Reflections of a Preacher’s Wife

Today is my 18th wedding anniversary. My husband was already a preacher when I married him and so my life has been on display before a congregation of people since before I said “I do”. All these years later we have ministered in many settings to multiple congregations and have been blessed with 5 great kids.

We have been supported and loved and prayed for by the people of our congregations. They have celebrated our victories and walked with us through some dark and challenging days. Those folks who have made a difference for us are the ones that know the following things:

  1. The preacher’s family is a real family. They don’t have it all together. They are sinners just like the rest of the world and can’t be held up on a pedestal or unrealistic standard. They blow it sometimes. They lose it with their kids. They are learning as they go, just like you are. Sometimes their house is a wreck. Sometimes they need a break or a vacation or time away. They don’t know the answers to every question. They need your prayers for wisdom.
  2. The preacher’s kids are kids. They act like kids. They might run at church if Mom isn’t watching. They don’t come into the world knowing how to act. And when they are at church their dad is working so mom is a “single-mom” on Sunday mornings. If you talk to her at church expect her to be looking over your shoulder while listening so that she can keep her eyes on her kids. Because EVERY unsupervised kid wants to jump on the stage or swing from a chandelier whether they are related to the preacher or not. They need your prayers to balance it all.
  3. Preacher’s kids give up their dad a lot. They share him with everyone. Mom is often the one teaching them to ride bikes and taking them to recitals and soccer games because Dad is ministering to the church family. So it’s likely they didn’t see dad all day Saturday and greeting time on Sunday is the first time they’ve seen him in a while. If they go hug their dad on Sunday morning, it’s because they need too and not because they are trying to interrupt “real ministry” to the church. Preacher’s come and go, but he’s the only Dad they have. The preacher’s family doesn’t get a quiet holiday at home. Dad is planning an event for the church family to come to.  So if the preacher’s kids seem tired, clingy or out of sorts, they need to be given a little slack. They need your prayers for strength.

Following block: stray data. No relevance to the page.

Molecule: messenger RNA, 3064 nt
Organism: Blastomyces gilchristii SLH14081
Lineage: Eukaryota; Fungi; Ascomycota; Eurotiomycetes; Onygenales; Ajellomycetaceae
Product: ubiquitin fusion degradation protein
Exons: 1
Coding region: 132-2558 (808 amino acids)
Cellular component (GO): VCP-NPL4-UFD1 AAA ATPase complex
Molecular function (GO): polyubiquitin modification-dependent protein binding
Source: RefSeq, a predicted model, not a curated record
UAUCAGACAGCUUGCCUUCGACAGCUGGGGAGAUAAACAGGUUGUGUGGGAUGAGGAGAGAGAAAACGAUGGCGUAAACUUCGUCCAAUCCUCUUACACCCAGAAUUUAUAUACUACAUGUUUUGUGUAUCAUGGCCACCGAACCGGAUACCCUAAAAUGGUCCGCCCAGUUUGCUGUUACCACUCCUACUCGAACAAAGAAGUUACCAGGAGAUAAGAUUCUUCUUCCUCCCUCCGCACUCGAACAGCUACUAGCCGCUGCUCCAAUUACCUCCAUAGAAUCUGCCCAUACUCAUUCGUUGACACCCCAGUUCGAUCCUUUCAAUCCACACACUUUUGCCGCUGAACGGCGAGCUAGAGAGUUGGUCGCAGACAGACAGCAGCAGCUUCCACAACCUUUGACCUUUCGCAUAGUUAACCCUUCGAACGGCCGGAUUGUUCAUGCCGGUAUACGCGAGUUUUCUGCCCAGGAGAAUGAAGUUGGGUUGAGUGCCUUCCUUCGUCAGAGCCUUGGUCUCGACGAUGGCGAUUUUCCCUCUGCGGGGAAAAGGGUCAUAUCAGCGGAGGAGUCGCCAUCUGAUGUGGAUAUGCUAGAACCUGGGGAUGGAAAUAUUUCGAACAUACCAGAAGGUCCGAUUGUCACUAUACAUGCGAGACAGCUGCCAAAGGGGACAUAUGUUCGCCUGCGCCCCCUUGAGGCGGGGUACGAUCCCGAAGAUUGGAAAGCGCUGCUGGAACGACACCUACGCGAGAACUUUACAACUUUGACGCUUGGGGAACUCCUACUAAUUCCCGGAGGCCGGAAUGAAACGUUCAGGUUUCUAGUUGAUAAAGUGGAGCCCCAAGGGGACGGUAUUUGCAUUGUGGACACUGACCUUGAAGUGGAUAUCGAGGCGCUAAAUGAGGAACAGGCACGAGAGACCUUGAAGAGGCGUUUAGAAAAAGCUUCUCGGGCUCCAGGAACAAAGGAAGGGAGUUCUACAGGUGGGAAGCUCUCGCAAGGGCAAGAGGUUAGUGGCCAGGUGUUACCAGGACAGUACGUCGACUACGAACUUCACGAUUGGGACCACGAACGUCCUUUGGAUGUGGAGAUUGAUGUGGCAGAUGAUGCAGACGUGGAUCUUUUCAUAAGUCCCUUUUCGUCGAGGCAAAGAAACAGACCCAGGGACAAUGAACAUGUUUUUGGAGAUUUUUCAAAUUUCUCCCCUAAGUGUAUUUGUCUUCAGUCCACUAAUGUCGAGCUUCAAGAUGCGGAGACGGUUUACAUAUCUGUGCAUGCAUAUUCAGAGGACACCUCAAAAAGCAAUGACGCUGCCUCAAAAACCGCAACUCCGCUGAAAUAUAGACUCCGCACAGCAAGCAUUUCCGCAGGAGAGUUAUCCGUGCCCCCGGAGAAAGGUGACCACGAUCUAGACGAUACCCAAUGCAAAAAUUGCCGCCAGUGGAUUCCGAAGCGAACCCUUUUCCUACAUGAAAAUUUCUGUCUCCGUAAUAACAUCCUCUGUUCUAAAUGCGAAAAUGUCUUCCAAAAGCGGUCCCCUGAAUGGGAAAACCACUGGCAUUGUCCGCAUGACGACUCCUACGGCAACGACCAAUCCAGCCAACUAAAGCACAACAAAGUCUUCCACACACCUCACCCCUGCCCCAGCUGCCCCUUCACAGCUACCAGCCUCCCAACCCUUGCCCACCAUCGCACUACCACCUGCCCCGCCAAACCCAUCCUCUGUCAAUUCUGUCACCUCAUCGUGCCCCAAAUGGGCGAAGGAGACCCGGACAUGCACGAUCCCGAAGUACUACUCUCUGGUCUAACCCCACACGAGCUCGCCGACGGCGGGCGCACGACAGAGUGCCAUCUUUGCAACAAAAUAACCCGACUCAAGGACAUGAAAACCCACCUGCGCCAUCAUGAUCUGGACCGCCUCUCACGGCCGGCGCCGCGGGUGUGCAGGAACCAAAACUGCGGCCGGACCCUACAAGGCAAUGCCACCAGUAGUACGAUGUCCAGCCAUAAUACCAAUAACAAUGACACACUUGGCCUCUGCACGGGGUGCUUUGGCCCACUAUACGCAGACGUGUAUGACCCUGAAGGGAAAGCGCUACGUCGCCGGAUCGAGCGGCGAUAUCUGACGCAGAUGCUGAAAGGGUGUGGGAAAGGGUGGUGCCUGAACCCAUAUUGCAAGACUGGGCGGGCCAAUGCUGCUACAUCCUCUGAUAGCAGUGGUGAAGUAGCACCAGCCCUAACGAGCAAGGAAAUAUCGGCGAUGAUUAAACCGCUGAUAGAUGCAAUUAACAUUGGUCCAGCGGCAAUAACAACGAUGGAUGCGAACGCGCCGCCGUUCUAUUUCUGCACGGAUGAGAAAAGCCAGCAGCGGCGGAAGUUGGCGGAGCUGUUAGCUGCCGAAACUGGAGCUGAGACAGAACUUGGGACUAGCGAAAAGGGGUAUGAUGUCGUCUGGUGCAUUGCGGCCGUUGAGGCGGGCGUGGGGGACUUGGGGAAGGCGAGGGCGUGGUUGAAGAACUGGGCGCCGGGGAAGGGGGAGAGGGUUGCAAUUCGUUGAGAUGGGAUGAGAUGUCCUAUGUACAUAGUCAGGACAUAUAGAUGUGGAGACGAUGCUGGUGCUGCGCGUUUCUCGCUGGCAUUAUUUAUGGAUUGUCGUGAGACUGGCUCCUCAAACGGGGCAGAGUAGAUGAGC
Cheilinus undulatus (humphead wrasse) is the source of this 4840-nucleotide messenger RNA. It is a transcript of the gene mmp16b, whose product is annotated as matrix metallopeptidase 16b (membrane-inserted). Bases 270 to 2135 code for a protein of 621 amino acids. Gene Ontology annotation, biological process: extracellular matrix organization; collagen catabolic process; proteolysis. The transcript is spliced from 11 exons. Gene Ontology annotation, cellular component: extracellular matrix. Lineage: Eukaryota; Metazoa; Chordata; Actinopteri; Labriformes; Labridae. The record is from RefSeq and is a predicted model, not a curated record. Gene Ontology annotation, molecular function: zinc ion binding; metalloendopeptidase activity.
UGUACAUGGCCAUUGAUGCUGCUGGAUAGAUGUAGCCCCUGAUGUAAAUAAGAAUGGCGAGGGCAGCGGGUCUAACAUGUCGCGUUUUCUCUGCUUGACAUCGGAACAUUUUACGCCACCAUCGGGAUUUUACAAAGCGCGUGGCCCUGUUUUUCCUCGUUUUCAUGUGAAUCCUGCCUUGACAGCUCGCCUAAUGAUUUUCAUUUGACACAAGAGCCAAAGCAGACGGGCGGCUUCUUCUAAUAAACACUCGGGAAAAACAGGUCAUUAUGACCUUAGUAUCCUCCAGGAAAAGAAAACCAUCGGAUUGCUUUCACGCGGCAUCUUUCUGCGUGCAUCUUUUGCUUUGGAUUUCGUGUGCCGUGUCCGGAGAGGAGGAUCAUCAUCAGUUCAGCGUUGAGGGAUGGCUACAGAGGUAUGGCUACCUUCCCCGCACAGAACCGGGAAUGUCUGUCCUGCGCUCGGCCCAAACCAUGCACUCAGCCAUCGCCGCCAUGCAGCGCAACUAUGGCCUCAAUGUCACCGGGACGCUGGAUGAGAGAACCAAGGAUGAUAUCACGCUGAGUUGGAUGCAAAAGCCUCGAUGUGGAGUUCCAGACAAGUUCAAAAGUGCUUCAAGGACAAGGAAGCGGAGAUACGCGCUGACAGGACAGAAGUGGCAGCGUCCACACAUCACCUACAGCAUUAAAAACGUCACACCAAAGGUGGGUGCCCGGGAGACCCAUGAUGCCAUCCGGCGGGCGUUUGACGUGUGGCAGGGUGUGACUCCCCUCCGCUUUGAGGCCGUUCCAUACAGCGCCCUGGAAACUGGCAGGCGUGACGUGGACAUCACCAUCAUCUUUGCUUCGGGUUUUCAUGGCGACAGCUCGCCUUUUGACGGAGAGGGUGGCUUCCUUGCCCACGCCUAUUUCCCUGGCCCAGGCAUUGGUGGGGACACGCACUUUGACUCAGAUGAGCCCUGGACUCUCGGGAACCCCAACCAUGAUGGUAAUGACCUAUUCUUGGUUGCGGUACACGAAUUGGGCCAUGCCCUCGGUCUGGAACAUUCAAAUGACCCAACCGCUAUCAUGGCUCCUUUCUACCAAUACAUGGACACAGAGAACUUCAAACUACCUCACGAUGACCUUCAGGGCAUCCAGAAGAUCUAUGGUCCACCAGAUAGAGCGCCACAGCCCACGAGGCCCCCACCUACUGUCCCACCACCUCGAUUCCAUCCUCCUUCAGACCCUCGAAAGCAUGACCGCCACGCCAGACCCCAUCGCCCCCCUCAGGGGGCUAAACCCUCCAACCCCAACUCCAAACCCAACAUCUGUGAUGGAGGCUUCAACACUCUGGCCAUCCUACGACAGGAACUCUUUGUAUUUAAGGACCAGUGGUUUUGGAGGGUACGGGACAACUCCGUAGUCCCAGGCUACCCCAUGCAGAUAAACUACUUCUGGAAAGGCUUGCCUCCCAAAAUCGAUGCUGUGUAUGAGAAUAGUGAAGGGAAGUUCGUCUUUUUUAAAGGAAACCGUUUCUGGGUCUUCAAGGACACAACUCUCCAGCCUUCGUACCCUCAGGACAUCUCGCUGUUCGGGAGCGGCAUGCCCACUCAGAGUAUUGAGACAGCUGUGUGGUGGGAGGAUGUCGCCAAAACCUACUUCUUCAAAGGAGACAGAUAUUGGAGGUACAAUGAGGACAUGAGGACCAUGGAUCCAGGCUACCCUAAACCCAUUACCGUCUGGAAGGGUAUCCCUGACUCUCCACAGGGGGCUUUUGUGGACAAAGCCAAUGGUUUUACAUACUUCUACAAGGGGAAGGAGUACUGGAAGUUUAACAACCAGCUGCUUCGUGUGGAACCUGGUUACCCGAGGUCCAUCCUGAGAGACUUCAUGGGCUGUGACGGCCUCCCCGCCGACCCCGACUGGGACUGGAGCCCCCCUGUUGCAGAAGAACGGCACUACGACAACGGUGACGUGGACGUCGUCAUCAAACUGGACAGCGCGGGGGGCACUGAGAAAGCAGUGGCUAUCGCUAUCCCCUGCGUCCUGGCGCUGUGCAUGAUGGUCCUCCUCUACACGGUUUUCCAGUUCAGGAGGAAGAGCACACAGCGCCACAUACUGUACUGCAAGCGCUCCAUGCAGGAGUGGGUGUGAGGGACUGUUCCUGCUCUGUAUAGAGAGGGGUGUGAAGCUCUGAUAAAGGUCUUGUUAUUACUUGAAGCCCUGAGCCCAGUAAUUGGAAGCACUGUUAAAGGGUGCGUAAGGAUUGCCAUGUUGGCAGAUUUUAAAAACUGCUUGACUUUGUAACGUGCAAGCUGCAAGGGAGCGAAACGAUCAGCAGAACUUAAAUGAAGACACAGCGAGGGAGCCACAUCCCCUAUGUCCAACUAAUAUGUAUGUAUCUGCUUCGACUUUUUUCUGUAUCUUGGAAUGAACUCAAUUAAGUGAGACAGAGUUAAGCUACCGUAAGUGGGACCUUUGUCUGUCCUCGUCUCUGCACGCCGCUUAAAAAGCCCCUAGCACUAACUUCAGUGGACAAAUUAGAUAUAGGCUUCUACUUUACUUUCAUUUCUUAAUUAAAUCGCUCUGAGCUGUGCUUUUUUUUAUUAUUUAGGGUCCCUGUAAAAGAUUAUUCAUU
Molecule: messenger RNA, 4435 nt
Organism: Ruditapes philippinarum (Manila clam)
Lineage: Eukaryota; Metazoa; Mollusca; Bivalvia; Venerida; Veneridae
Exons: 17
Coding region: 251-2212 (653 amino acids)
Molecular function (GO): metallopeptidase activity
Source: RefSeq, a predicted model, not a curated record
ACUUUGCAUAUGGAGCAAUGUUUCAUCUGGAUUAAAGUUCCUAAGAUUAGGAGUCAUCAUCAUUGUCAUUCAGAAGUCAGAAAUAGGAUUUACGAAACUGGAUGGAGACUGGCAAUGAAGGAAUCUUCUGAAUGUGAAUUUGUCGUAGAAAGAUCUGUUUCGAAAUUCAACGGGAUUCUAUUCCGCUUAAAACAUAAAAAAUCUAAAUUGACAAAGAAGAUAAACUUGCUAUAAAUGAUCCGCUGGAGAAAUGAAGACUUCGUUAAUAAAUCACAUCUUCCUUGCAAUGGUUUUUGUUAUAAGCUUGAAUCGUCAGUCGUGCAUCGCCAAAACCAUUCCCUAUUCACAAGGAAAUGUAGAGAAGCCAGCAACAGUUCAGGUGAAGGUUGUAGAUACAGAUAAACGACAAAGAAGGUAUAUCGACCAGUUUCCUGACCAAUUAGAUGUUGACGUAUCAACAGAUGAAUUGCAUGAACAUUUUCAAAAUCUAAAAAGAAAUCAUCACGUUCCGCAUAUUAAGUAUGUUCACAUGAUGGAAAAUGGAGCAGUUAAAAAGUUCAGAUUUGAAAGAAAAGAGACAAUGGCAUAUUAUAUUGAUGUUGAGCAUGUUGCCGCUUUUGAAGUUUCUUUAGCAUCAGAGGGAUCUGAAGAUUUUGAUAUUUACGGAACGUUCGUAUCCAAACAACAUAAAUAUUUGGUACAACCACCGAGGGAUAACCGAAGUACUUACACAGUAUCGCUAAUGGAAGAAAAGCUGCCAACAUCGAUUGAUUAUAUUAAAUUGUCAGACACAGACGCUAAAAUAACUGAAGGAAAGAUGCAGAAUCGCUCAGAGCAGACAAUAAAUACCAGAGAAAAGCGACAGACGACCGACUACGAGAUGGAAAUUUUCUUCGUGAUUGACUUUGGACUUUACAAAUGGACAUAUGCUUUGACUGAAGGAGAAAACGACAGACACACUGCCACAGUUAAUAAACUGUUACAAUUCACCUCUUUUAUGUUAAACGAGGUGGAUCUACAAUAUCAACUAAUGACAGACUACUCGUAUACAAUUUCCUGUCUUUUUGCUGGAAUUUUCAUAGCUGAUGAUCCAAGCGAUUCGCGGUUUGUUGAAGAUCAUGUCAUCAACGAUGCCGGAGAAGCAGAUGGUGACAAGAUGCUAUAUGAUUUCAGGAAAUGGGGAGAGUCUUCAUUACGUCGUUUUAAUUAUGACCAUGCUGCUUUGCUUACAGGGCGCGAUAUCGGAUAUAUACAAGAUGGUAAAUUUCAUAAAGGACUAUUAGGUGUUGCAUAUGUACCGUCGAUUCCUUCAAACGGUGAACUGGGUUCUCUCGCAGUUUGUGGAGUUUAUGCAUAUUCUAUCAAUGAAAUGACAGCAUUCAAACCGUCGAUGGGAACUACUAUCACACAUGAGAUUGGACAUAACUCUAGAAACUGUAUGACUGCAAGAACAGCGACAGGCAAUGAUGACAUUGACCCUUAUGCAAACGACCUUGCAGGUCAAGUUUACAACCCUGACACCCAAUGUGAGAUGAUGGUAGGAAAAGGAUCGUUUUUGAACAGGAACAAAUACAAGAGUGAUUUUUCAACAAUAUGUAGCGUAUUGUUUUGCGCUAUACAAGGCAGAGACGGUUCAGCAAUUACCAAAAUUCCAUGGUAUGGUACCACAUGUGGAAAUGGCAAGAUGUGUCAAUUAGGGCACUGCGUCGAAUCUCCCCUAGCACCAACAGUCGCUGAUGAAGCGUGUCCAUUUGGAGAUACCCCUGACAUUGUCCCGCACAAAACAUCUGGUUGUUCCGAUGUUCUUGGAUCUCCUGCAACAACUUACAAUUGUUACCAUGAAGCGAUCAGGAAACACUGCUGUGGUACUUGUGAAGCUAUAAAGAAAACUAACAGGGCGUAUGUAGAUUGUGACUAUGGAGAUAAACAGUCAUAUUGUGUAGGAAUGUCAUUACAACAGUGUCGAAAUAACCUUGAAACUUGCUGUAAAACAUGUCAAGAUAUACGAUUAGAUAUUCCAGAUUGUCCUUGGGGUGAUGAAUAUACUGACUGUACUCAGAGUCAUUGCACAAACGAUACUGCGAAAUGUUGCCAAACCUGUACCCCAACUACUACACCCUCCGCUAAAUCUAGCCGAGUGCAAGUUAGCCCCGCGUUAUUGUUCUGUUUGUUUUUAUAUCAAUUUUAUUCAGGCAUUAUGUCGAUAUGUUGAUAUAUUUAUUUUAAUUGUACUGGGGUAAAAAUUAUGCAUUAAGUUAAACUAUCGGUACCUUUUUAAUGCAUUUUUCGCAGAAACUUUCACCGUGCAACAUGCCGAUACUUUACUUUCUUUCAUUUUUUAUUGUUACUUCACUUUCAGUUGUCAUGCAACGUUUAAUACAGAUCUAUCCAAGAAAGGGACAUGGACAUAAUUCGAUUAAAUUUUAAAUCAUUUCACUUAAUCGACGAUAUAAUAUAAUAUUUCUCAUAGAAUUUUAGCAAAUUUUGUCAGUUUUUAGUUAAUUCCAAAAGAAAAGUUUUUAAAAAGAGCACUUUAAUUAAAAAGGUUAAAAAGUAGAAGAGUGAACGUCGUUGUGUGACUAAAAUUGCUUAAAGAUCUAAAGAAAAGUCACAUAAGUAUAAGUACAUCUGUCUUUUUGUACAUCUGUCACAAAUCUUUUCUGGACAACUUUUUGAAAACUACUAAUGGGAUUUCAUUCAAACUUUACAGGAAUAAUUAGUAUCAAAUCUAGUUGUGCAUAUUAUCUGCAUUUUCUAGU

4. The preacher’s family is under attack. Satan loves to trample on the preacher’s family. He comes after their marriage, their kids individually, and their family unit. He is constantly trying to distract them and cause disunity. And often Saturday night or Sunday morning is when he takes his best shots. So maybe the kids aren’t all dressed to the nines and their hair isn’t smooth as glass on Sunday morning. Maybe mom is looking a little frazzled. She got those kids dressed by herself and out the door and maybe what she’s wearing at the moment is the best she could do on this particular morning because she was so busy fighting the devil to even get there. Judgment never helps the preacher’s family. It only adds to Satan’s schemes. They need your prayers for protection.
  5. The preacher may be a godly man, but he’s still a man. You can’t expect more of him than he can give. And the preacher’s wife may be a godly woman but she’s just a woman with limitations too.  Sometimes she has to say “no” to the lists of tasks and responsibilities that others want from her. Her number one priority is her family. She can’t apologize or feel guilty for that. It’s hard to make choices like this, because nobody want to say  “no” to people they are called to minister to and yet don’t want to short change their family.  It’s a constant tightrope.  They need your prayers for stamina.
  6. The preacher’s family answers to God for their actions, their parenting, and their ministry. They shouldn’t be expected to act according to the standards of individuals in the church. They can’t parent their kids according to the way others parent. They should be allowed to minister according to their spiritual gifts and not according to the list of expectations of what a preacher of preacher’s wife or preacher’s kids should do, look like or be like. They need your prayers for courage.
  7. When they go through a tough time, they need your support. It’s hard to struggle publicly. It’s hard to live in a “fish bowl” for everyone to watch. They need your love and they need your prayers.